Since elementary school, students have tried out language of difference to situate themselves in a community.  Calling something “gay” or commenting on race, skin color, home language, or religion are all ways that children have been aligning themselves in communities for generations.  My third graders in the late 80s (yes, some of you could have had me as your third grade teacher) tried out this language and third graders today continue to try out this language.

There are differences in the experience of students around difference between past generations and children today. Today, they have powerful computers in their pockets that allow them to instantly comment on others (for better or worse.) We also live in a society which is, fortunately, much more open to acknowledging and accepting difference. Whether it is in the books they read, sitcoms they watch (stream), music they listen to, our children today are steeped in ideas of acceptance for difference. #marriageequality #blacklivesmatter #welcomerefugees  Even the political discourse to which they are exposed this election cycle highlights the importance of respect for difference (even if it is a result of learning from poor examples).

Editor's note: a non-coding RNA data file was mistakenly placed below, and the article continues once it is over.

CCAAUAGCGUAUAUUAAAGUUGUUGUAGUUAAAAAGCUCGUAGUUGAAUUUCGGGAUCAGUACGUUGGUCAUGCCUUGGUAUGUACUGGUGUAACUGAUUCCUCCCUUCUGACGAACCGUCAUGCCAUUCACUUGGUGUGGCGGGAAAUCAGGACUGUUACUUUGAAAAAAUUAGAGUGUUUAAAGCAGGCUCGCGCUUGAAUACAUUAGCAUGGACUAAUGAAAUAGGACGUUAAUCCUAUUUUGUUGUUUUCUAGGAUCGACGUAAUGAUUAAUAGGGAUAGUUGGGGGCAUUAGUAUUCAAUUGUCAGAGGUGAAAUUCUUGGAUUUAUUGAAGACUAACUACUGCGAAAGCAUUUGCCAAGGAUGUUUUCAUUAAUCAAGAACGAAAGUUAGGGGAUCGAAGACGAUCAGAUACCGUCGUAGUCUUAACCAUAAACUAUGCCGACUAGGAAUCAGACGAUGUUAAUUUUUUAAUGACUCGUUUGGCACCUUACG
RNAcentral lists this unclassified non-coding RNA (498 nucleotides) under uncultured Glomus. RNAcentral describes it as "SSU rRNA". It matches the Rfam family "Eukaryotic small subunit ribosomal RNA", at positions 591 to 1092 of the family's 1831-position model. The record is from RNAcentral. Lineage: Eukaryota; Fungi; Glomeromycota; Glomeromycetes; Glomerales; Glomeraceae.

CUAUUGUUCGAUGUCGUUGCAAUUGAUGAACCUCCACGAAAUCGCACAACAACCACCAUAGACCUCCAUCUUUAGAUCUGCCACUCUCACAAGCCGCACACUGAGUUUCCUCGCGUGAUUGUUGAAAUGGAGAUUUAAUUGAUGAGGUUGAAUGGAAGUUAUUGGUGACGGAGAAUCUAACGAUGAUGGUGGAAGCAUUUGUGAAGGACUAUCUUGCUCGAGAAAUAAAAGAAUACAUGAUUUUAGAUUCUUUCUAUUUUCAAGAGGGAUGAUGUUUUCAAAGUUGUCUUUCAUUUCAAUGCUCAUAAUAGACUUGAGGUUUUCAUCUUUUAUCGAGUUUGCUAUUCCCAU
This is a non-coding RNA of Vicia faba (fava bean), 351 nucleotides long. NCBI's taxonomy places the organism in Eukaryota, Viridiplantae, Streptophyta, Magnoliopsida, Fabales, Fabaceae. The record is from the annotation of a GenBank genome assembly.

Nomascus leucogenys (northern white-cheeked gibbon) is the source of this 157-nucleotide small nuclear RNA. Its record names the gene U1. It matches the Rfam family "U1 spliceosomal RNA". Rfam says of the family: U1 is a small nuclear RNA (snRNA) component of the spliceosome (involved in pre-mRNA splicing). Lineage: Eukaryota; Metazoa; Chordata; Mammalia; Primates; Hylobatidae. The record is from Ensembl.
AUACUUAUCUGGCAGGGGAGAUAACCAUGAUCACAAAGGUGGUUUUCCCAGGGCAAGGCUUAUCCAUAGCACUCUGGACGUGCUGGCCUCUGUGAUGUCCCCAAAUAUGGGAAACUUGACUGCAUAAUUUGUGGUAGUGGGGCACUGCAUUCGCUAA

Our children are aware. They know what is going on around them. They value justice and are empowered to work towards equality and fairness.  I am really proud to work and learn alongside of them and to support them in their efforts to make a difference in the world.

  • Our initial support of students has been to give them space to create a GSA in our school.  Not many children consistently show up for this student-led group. Among those that do, however, are students who are very vocal as well as students who sit quietly and observe.
  • We have also supported students by arranging for a student-led panel from the Harvey Milk School. These students are learning to share about their experiences in expressing their identities. Through this work, our students gain empathy for the experience of others.
  • We are also looking more closely at our curriculum. Students have pointed out that we need to more clearly address the experiences of those who have been oppressed in society.  While I have been resistant to relegating Black History to one month of the school year, talking with the students has helped me rethink my position. I am working with staff members to develop initiatives that foster conversation and learning about others. Stay tuned for upcoming details.